Hi friends! As you might’ve seen me mention on twitter the other day, I’m going to be leading a series of online writing workshops over the next couple of months, as part of my stint as Historic Environment Scotland’s writer-in-residence. These workshops are completely free (although you will need to book yourself a ticket through HES’ site), and will feature a variety of discussions and writing exercises designed to be accessible for everyone, whether you’re a master wordsmith or have never picked up a pen before. I mean, if you’ve literally never picked up a pen before then one of these workshops seems like an odd place to start, but go for it. What I’m saying is that experienced poets and non-poets are equally welcome. You get me.
The workshops – of which there will be five in total – are part of HES’ Celebrating Columba project. 2021 marks the fifteen-hundredth anniversary of the birth of St. Columba, a 6th-century holy man who held a great deal of religious, social, and political influence in Scotland during his time as abbot of the monastery on Iona. You can learn a little more about St. Columba from this article I wrote for the HES blog back in March, but the gist is that he is, amongst other things, a patron saint of poets; it seems appropriate for us, then, to celebrate his life and legacy through poetry-centric events such as these workshops. Each workshop will explore and respond to a different aspect of Columba’s life, and while you are welcome to sign up to more than one, each workshop will be treated as standalone – you don’t have to attend all of them to understand and enjoy any one of them.
Below I’ve included the details, including links to book tickets, for the five forthcoming workshops. Note that all of the workshops will be run through Zoom, from 6:30pm to 8pm, and that participants will require something to write with (either pen and paper or a phone / computer will work fine).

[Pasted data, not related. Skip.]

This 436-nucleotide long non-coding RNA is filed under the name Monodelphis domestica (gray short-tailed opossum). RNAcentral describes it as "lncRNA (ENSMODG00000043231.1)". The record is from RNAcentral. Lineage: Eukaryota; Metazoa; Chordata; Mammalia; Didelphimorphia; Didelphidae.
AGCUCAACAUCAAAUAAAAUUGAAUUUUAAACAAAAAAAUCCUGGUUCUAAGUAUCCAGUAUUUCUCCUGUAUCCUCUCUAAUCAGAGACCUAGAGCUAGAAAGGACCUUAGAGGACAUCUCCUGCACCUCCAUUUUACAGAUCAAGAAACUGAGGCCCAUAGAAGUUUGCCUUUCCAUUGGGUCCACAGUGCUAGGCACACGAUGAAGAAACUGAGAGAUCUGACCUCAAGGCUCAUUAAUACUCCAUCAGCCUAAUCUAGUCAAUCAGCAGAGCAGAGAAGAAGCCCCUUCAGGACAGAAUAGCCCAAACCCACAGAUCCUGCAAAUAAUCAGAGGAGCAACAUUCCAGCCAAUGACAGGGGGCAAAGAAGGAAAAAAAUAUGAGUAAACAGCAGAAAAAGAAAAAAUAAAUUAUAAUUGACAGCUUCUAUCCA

St. Columba, the Exile
Thursday 20th May 2021
Born to a powerful Irish family, Columba fled his homeland in the company of twelve men and sailed for Scotland, where he would find one of the country’s most influential monasteries. In this workshop, poet in residence Alex Aldred will lead discussions and writing exercises exploring different perspectives on St. Columba’s exile.
St. Columba, the Cleric
Thursday 3rd June 2021
Whether he was spreading gospel amongst the Picts, or debating theology with the wider Christian community, Columba undeniably had a profound impact on 6th-century Scottish religion. In this workshop, poet in residence Alex Aldred invites you to engage in hagiographic writing – the chronicling of a holy man’s life.
St. Columba, the Diplomat
Thursday 17th June 2021
A scholar and preacher, Columba made his voice heard – or spoke up on behalf of others – in everything from minor disputes in local communities, to grand conventions of kings. In this workshop, poet in residence Alex Aldred will engage with depictions of St. Columba as messenger, both of his people and of the divine.
St. Columba, the Bard
Thursday 1st July 2021
The patron saint of poetry, Columba is remembered as a teacher of literacy, a defender of bards, a transcriber of manuscripts – and a hero immortalised in the words of others. In this workshop, poet in residence Alex Aldred will lead discussions and writing exercises responding to St. Columba’s poetic legacy.
St. Columba, the Legend
Thursday 15th July 2021
Between his religious work, his political influence, and his intellectual endeavours, it’s no surprise that tales and traditions concerning Columba’s life are still abound in Scotland today. But how much of the legend of St. Columba is really true – and how much does that truth matter? Poet in residence Alex Aldred invites you to find out.
If any of those take your fancy, sign up, and come join me for some writing-related hijinks. It’ll be a good time! The poetry portfolio I’ve been putting together as part of this project will also be launching soon, but I’ll share more with you about that a little closer to the time. For now, fare thee well, sweet traveller. Take yourself back out into the night.